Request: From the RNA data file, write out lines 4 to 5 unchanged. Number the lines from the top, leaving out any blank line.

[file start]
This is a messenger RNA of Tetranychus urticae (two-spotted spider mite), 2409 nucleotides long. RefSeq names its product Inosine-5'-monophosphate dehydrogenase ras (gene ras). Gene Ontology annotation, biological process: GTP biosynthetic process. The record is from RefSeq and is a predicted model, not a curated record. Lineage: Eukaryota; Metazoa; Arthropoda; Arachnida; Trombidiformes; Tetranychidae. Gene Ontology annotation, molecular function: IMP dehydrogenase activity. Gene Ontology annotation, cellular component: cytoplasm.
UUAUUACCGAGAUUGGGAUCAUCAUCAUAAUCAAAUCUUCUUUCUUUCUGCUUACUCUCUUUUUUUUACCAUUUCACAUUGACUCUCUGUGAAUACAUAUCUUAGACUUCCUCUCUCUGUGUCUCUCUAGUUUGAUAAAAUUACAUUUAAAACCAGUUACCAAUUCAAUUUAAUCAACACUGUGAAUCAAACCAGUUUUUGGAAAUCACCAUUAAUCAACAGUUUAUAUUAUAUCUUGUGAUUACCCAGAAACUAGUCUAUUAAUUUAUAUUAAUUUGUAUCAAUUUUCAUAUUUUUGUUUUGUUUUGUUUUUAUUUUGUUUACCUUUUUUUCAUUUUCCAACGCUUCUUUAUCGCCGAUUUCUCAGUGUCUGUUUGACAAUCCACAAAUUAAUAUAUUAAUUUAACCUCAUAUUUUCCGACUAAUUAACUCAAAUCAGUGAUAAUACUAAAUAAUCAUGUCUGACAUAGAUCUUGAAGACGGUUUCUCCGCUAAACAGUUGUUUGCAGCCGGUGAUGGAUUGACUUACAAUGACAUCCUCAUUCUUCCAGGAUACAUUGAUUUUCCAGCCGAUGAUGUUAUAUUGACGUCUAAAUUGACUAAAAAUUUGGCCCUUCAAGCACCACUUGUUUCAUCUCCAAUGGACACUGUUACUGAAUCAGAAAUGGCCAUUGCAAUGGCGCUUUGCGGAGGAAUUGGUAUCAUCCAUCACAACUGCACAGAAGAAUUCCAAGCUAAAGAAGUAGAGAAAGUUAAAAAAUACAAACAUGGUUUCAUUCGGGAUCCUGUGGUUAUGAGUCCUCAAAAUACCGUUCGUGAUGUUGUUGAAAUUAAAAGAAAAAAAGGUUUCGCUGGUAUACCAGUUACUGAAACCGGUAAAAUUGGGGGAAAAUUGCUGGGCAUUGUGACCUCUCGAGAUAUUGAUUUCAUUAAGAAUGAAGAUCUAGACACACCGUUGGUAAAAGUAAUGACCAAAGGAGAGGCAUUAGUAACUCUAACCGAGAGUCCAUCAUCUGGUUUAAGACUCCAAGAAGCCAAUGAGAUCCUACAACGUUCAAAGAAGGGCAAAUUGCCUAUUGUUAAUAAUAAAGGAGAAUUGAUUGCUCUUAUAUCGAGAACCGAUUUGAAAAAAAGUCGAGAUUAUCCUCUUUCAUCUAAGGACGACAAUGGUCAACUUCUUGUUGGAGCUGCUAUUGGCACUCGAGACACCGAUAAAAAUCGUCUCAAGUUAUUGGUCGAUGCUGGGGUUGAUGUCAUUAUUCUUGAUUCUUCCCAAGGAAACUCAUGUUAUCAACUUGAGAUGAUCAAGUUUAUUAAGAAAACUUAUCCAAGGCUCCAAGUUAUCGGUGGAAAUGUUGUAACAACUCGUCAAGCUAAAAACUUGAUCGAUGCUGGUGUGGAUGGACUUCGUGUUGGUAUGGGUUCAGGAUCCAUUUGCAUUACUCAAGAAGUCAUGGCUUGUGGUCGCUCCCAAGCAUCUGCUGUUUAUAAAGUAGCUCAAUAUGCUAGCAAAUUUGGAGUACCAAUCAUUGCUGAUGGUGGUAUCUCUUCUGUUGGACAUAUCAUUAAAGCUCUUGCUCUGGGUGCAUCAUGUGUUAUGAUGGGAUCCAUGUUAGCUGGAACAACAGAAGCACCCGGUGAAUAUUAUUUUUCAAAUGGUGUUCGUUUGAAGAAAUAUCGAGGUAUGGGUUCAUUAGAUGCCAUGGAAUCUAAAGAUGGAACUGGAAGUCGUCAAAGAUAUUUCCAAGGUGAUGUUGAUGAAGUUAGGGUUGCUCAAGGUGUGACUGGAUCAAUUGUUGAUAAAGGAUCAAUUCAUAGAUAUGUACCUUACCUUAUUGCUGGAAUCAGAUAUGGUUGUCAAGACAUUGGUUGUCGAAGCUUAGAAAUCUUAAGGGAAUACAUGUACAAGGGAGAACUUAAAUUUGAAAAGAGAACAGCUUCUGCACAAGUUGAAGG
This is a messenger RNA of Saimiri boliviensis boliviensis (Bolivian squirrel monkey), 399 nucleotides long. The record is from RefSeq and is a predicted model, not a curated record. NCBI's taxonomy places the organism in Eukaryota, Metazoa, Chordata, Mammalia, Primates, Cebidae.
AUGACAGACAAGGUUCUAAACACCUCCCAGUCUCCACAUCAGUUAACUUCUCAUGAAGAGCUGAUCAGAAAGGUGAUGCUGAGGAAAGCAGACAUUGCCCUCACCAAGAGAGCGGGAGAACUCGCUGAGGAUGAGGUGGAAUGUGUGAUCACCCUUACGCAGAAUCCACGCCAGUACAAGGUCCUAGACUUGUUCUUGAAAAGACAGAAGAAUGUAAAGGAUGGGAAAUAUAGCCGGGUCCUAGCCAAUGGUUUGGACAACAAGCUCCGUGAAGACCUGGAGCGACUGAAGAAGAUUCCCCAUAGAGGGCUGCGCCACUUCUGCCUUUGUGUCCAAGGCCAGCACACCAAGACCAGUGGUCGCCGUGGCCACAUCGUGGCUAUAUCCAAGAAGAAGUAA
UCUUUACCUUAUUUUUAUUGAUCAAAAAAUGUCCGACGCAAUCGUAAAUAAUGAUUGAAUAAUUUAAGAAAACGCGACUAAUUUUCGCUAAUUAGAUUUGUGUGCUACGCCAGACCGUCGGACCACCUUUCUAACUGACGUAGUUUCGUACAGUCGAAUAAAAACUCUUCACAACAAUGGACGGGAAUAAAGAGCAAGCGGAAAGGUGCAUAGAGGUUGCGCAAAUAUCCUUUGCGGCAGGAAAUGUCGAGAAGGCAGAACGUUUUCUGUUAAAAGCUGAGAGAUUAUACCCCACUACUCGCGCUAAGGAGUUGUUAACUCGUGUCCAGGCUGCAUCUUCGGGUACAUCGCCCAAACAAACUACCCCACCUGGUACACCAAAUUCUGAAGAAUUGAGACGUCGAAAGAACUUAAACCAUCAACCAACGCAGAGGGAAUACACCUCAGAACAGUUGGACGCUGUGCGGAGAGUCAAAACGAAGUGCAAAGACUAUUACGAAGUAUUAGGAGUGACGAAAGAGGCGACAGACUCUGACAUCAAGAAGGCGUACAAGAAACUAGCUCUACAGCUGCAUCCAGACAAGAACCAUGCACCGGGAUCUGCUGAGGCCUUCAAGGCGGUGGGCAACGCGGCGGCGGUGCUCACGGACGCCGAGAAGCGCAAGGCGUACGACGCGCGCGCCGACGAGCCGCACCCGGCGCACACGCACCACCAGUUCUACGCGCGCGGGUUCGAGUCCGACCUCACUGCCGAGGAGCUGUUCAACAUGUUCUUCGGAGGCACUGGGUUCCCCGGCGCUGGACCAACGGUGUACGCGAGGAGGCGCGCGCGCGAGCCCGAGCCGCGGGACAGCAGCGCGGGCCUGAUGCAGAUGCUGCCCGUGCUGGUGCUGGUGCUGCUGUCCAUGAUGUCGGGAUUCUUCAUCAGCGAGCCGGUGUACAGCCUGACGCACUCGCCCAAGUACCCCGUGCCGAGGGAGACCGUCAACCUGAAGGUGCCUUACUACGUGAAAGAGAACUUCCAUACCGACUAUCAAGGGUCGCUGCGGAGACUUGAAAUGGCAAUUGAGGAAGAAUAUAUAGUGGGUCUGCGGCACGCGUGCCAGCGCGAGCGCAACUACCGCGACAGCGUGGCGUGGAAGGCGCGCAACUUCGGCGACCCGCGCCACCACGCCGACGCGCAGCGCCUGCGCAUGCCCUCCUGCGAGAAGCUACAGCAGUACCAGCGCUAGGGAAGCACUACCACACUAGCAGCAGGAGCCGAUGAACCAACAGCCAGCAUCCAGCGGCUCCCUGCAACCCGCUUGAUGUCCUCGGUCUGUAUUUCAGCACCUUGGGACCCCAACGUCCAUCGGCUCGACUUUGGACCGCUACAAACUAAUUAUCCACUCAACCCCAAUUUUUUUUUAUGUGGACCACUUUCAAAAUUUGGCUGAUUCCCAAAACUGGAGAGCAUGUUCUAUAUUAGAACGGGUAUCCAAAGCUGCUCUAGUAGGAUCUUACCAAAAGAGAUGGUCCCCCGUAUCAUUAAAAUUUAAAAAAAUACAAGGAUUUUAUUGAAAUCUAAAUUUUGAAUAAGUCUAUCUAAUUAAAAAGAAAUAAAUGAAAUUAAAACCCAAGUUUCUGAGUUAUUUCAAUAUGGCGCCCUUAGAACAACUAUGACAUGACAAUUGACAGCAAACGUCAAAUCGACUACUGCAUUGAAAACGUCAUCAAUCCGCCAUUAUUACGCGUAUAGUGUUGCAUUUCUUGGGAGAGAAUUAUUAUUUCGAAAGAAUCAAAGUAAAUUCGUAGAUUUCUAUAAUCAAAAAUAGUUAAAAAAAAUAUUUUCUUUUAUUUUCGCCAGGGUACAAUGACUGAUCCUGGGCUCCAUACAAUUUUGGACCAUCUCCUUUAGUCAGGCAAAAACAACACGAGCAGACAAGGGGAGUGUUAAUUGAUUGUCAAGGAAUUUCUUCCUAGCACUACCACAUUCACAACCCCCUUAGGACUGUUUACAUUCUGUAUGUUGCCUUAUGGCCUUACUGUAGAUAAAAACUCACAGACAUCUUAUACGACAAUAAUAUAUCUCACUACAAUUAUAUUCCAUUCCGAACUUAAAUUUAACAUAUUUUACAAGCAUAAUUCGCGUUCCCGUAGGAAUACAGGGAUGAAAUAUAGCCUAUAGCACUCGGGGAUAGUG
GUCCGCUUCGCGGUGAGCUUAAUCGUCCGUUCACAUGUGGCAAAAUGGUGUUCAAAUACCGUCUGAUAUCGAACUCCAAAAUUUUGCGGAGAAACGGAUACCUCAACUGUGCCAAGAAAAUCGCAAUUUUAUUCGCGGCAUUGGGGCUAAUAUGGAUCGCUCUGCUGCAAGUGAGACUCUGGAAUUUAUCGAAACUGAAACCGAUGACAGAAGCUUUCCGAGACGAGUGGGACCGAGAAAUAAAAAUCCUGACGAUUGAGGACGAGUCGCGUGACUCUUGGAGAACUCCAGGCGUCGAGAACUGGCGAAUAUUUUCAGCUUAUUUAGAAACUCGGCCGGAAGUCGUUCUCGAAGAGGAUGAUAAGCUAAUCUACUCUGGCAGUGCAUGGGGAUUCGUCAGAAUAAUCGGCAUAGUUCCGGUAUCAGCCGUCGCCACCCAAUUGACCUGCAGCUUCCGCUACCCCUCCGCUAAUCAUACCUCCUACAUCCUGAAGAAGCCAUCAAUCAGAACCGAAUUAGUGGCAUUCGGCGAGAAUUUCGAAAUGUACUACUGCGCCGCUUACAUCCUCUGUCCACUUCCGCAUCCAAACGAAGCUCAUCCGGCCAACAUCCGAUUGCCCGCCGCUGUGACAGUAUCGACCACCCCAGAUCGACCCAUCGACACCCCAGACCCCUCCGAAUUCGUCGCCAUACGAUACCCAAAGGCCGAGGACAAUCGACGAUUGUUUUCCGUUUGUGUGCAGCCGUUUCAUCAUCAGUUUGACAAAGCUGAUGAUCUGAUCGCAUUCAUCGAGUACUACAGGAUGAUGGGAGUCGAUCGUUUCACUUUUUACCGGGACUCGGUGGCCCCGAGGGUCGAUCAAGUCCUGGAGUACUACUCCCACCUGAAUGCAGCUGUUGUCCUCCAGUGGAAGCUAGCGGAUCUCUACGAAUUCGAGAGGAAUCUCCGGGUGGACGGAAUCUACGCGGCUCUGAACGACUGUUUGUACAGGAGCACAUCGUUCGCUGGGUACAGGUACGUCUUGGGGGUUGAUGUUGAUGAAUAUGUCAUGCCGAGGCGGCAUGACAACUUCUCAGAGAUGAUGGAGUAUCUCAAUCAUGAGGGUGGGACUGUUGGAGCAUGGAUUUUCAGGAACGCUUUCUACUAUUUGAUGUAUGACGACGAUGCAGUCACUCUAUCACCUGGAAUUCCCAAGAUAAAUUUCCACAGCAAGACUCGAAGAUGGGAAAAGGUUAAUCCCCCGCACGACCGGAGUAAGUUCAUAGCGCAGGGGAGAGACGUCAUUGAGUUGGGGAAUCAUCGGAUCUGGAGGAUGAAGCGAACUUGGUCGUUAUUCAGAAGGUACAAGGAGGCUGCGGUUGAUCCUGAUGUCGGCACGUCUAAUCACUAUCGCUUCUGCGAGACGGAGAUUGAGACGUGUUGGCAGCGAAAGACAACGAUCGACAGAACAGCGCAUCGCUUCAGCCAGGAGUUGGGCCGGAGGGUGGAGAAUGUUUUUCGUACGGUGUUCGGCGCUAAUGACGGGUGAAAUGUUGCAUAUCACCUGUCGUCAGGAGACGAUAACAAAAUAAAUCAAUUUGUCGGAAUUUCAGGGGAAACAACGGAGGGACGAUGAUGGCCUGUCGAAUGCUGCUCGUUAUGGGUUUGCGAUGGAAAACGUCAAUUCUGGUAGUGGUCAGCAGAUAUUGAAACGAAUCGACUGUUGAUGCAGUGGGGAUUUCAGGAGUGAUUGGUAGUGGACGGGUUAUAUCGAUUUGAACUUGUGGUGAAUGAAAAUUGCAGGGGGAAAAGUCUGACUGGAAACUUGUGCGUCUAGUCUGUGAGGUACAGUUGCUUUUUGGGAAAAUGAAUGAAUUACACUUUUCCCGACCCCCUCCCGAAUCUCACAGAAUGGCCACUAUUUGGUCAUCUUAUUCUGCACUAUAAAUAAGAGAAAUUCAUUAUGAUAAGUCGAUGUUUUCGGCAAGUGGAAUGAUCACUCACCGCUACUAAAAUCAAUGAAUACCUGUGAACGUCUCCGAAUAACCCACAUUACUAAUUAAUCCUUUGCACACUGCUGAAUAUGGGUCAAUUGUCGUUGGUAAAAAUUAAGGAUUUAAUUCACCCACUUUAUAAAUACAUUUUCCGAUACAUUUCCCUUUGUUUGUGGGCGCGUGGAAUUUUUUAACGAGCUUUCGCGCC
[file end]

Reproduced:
AUGACAGACAAGGUUCUAAACACCUCCCAGUCUCCACAUCAGUUAACUUCUCAUGAAGAGCUGAUCAGAAAGGUGAUGCUGAGGAAAGCAGACAUUGCCCUCACCAAGAGAGCGGGAGAACUCGCUGAGGAUGAGGUGGAAUGUGUGAUCACCCUUACGCAGAAUCCACGCCAGUACAAGGUCCUAGACUUGUUCUUGAAAAGACAGAAGAAUGUAAAGGAUGGGAAAUAUAGCCGGGUCCUAGCCAAUGGUUUGGACAACAAGCUCCGUGAAGACCUGGAGCGACUGAAGAAGAUUCCCCAUAGAGGGCUGCGCCACUUCUGCCUUUGUGUCCAAGGCCAGCACACCAAGACCAGUGGUCGCCGUGGCCACAUCGUGGCUAUAUCCAAGAAGAAGUAA
UCUUUACCUUAUUUUUAUUGAUCAAAAAAUGUCCGACGCAAUCGUAAAUAAUGAUUGAAUAAUUUAAGAAAACGCGACUAAUUUUCGCUAAUUAGAUUUGUGUGCUACGCCAGACCGUCGGACCACCUUUCUAACUGACGUAGUUUCGUACAGUCGAAUAAAAACUCUUCACAACAAUGGACGGGAAUAAAGAGCAAGCGGAAAGGUGCAUAGAGGUUGCGCAAAUAUCCUUUGCGGCAGGAAAUGUCGAGAAGGCAGAACGUUUUCUGUUAAAAGCUGAGAGAUUAUACCCCACUACUCGCGCUAAGGAGUUGUUAACUCGUGUCCAGGCUGCAUCUUCGGGUACAUCGCCCAAACAAACUACCCCACCUGGUACACCAAAUUCUGAAGAAUUGAGACGUCGAAAGAACUUAAACCAUCAACCAACGCAGAGGGAAUACACCUCAGAACAGUUGGACGCUGUGCGGAGAGUCAAAACGAAGUGCAAAGACUAUUACGAAGUAUUAGGAGUGACGAAAGAGGCGACAGACUCUGACAUCAAGAAGGCGUACAAGAAACUAGCUCUACAGCUGCAUCCAGACAAGAACCAUGCACCGGGAUCUGCUGAGGCCUUCAAGGCGGUGGGCAACGCGGCGGCGGUGCUCACGGACGCCGAGAAGCGCAAGGCGUACGACGCGCGCGCCGACGAGCCGCACCCGGCGCACACGCACCACCAGUUCUACGCGCGCGGGUUCGAGUCCGACCUCACUGCCGAGGAGCUGUUCAACAUGUUCUUCGGAGGCACUGGGUUCCCCGGCGCUGGACCAACGGUGUACGCGAGGAGGCGCGCGCGCGAGCCCGAGCCGCGGGACAGCAGCGCGGGCCUGAUGCAGAUGCUGCCCGUGCUGGUGCUGGUGCUGCUGUCCAUGAUGUCGGGAUUCUUCAUCAGCGAGCCGGUGUACAGCCUGACGCACUCGCCCAAGUACCCCGUGCCGAGGGAGACCGUCAACCUGAAGGUGCCUUACUACGUGAAAGAGAACUUCCAUACCGACUAUCAAGGGUCGCUGCGGAGACUUGAAAUGGCAAUUGAGGAAGAAUAUAUAGUGGGUCUGCGGCACGCGUGCCAGCGCGAGCGCAACUACCGCGACAGCGUGGCGUGGAAGGCGCGCAACUUCGGCGACCCGCGCCACCACGCCGACGCGCAGCGCCUGCGCAUGCCCUCCUGCGAGAAGCUACAGCAGUACCAGCGCUAGGGAAGCACUACCACACUAGCAGCAGGAGCCGAUGAACCAACAGCCAGCAUCCAGCGGCUCCCUGCAACCCGCUUGAUGUCCUCGGUCUGUAUUUCAGCACCUUGGGACCCCAACGUCCAUCGGCUCGACUUUGGACCGCUACAAACUAAUUAUCCACUCAACCCCAAUUUUUUUUUAUGUGGACCACUUUCAAAAUUUGGCUGAUUCCCAAAACUGGAGAGCAUGUUCUAUAUUAGAACGGGUAUCCAAAGCUGCUCUAGUAGGAUCUUACCAAAAGAGAUGGUCCCCCGUAUCAUUAAAAUUUAAAAAAAUACAAGGAUUUUAUUGAAAUCUAAAUUUUGAAUAAGUCUAUCUAAUUAAAAAGAAAUAAAUGAAAUUAAAACCCAAGUUUCUGAGUUAUUUCAAUAUGGCGCCCUUAGAACAACUAUGACAUGACAAUUGACAGCAAACGUCAAAUCGACUACUGCAUUGAAAACGUCAUCAAUCCGCCAUUAUUACGCGUAUAGUGUUGCAUUUCUUGGGAGAGAAUUAUUAUUUCGAAAGAAUCAAAGUAAAUUCGUAGAUUUCUAUAAUCAAAAAUAGUUAAAAAAAAUAUUUUCUUUUAUUUUCGCCAGGGUACAAUGACUGAUCCUGGGCUCCAUACAAUUUUGGACCAUCUCCUUUAGUCAGGCAAAAACAACACGAGCAGACAAGGGGAGUGUUAAUUGAUUGUCAAGGAAUUUCUUCCUAGCACUACCACAUUCACAACCCCCUUAGGACUGUUUACAUUCUGUAUGUUGCCUUAUGGCCUUACUGUAGAUAAAAACUCACAGACAUCUUAUACGACAAUAAUAUAUCUCACUACAAUUAUAUUCCAUUCCGAACUUAAAUUUAACAUAUUUUACAAGCAUAAUUCGCGUUCCCGUAGGAAUACAGGGAUGAAAUAUAGCCUAUAGCACUCGGGGAUAGUG